• I agree with many of the points that you wrote, but others, I am not sure about. For example when hubby hunts the dogs, he speaks to them in just over a whisper (or not at all using only gestures). They do pay attention as you say. However, I have seen many different pro trainers train/command dogs they barely know and their tone hardly varies (to my ears). Somehow the dogs know to pay attention and do as told. So maybe there is something more involved?

      • I wonder if it’s because sporting dogs are bred to work and hunt with humans. Maybe they’re easier to train with various tones of voice compared to say, sighthounds or scenthounds. That’s an interesting observation, Linda.

    • Our tone of voice definitely affects Daisy, but there are some words she understands that she reacts the same way to no matter how we say them. It’s very interesting!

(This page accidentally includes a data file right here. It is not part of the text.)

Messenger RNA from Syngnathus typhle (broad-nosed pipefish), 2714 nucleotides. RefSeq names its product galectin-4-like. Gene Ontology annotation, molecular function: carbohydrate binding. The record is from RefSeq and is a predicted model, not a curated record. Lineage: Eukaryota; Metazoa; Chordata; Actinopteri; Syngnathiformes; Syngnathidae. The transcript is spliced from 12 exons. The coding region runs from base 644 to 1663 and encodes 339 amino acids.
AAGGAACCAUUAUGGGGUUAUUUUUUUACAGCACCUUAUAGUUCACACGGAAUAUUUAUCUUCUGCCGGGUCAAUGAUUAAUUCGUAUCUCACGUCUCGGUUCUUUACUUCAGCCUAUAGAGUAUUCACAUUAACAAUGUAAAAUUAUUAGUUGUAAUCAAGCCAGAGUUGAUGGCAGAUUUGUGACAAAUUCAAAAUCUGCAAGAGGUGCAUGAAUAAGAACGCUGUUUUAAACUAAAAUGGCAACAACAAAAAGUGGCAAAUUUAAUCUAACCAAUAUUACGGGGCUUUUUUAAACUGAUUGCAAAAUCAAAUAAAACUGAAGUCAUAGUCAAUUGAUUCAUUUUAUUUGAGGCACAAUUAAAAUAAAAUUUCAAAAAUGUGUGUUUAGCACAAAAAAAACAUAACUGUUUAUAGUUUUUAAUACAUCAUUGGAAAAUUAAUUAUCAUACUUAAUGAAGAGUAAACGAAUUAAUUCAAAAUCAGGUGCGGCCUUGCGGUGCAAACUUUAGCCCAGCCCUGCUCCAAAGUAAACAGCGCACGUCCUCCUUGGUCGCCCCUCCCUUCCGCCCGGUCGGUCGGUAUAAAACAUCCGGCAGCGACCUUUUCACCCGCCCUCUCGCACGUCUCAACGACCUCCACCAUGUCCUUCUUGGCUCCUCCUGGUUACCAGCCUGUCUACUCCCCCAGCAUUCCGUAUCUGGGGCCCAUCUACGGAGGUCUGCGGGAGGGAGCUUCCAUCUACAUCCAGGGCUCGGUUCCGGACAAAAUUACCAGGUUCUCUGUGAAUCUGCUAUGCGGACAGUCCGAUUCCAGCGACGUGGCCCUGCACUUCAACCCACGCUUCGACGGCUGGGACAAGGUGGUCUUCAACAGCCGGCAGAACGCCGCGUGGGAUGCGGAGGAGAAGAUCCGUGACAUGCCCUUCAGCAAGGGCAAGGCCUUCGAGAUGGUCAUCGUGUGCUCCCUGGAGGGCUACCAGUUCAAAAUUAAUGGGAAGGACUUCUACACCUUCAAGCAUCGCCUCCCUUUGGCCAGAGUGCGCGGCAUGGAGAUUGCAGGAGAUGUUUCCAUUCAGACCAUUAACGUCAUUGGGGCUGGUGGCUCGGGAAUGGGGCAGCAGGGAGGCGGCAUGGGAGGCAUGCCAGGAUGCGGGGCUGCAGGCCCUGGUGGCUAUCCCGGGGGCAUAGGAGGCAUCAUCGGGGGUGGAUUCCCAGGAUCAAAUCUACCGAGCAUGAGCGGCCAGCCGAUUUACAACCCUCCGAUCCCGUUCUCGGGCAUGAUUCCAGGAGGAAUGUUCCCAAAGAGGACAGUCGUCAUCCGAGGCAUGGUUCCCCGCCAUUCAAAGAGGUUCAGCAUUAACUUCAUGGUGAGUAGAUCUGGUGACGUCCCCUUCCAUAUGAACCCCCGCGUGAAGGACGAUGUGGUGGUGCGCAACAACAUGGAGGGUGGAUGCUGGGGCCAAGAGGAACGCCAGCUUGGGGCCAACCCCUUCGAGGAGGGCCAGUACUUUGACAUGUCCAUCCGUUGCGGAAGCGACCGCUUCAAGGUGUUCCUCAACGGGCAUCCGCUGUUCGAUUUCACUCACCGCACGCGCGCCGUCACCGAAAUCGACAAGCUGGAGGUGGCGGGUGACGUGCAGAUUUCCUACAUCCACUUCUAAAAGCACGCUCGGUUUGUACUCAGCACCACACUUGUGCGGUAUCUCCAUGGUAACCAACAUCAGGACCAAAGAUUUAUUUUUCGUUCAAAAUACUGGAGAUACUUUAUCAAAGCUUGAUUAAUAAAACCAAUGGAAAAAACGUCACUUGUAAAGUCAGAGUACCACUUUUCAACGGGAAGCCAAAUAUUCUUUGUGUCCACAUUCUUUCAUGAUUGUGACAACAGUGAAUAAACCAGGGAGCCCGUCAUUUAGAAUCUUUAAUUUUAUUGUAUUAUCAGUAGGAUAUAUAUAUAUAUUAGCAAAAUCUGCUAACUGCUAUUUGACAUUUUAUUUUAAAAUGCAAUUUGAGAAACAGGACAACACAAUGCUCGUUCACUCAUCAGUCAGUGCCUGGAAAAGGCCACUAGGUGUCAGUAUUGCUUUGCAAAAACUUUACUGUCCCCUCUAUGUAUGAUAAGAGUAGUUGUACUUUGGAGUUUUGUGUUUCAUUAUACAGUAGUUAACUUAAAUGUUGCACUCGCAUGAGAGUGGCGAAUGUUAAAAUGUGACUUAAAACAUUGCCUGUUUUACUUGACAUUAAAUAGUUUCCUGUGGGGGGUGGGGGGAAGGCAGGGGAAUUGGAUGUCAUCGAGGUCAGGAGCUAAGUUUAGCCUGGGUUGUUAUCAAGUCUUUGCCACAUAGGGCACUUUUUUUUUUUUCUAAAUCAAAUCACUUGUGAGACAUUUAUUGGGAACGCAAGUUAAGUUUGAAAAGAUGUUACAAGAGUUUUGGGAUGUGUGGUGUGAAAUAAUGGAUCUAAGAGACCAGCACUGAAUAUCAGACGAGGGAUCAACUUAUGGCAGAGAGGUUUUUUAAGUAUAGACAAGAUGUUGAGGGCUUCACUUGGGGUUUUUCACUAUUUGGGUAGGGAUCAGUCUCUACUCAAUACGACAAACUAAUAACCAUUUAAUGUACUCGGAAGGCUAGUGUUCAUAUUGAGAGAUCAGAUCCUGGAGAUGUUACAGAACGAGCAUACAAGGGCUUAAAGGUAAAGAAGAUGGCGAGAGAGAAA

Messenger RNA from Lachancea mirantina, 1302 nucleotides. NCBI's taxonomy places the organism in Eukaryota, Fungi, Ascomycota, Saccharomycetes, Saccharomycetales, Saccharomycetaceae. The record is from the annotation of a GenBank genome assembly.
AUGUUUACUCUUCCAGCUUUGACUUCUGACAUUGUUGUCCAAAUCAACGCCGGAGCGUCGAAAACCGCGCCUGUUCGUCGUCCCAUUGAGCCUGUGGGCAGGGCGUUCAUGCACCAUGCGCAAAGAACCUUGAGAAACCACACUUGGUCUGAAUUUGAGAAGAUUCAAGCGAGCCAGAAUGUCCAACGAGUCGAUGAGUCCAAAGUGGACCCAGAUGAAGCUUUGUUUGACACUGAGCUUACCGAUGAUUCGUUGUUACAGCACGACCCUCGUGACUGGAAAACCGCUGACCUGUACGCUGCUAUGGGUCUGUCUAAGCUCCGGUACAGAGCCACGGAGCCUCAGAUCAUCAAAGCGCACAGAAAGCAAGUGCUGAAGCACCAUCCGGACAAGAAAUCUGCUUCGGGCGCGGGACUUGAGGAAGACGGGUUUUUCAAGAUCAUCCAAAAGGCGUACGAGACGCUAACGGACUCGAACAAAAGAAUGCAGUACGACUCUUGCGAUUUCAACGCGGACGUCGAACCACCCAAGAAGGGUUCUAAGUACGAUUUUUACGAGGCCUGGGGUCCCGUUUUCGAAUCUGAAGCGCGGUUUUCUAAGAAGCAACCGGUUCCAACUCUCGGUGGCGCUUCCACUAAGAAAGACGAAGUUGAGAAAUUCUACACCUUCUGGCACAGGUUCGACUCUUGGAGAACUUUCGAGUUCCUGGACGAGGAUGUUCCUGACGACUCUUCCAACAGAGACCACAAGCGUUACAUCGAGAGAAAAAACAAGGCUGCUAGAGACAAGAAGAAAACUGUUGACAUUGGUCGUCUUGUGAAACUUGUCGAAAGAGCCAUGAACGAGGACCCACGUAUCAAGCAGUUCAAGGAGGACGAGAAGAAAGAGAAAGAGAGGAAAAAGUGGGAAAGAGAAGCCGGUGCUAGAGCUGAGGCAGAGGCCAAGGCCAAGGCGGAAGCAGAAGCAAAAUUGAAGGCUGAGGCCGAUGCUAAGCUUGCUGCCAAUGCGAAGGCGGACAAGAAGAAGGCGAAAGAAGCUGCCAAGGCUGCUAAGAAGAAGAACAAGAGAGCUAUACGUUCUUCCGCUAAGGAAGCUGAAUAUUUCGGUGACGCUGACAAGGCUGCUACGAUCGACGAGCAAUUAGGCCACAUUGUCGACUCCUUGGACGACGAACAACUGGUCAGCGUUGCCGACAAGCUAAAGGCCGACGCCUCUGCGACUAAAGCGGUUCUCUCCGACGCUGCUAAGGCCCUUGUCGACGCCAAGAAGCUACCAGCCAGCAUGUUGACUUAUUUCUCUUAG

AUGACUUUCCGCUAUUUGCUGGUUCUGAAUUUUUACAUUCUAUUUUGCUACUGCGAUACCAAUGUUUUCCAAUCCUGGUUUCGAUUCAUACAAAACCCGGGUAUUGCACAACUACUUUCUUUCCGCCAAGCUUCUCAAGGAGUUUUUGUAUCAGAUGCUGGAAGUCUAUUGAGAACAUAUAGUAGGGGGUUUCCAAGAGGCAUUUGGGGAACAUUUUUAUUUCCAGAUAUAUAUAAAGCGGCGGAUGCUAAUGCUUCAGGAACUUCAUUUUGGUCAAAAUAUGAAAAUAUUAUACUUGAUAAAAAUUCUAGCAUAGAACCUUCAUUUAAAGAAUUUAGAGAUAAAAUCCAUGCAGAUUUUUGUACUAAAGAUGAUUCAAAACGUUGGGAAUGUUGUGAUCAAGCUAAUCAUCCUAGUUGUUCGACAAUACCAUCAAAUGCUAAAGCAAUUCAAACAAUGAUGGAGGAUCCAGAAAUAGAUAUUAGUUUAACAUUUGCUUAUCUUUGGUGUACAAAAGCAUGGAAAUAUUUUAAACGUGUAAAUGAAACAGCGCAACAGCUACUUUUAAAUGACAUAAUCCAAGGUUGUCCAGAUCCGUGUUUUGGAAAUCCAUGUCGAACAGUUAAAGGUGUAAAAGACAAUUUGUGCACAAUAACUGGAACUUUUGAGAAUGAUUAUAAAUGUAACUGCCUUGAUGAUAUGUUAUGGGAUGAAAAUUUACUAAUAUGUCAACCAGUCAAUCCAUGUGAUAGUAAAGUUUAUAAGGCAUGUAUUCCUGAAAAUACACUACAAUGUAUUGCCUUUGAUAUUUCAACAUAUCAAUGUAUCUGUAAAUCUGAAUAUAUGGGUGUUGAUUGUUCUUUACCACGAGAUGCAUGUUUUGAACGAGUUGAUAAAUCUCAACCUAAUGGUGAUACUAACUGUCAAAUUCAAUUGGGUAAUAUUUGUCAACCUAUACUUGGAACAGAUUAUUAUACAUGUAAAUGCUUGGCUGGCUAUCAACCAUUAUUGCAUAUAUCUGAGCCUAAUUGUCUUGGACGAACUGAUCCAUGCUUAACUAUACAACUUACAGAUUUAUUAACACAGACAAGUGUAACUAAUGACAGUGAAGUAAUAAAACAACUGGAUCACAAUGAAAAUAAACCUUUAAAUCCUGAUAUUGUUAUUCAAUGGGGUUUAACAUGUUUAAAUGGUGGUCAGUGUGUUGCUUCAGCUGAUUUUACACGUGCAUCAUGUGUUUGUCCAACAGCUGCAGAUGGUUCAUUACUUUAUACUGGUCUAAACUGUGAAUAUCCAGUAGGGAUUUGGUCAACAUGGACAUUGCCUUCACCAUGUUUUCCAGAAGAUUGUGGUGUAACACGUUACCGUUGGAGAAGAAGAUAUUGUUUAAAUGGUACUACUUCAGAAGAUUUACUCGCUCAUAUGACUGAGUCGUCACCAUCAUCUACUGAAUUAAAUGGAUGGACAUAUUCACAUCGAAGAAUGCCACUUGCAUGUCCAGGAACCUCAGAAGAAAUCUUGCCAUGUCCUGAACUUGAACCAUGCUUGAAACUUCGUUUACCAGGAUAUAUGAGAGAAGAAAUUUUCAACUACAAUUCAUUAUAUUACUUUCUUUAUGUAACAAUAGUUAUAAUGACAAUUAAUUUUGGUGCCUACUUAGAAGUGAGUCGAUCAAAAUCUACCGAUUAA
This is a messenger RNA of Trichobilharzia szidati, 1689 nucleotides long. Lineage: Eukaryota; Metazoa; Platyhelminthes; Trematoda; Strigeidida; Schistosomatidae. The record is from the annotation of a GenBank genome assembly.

• That’s true, Haley’s reactive words are “treat”, “walk” and “go”. If we ever say “go”, she immediately starts making her case (giving us the guilt trip look) to convince us that she should come along. It works quite a bit, lol!

    • Very clever way to get the point across, I love it! You’re so right, I can see how our tone effects our dogs. I try to use appropriate tone for each situation, makes a big difference!
      Love & biscuits,
      Dogs Luv Us and We Luv Them

      • Thanks, Cathy! I think for most of us it comes naturally but I’ve seen a lot of dog owners that struggle with using the right tone of voice.

    • I love this post, Elaine. Great job! I would like to add that body language and self-confidence also have a part in our communication with our dogs.

      Since I am a veterinarian, I see pet parents interact with their pets all the time. I have observed that if a pet parent is not confident in themselves and they try to give their dog an obedience command, the dog will just ignore them and not respond. For example, asking the dog to Sit in a manner that sounds like it is a question rather than a command: “Sit???” rather than “Sit.”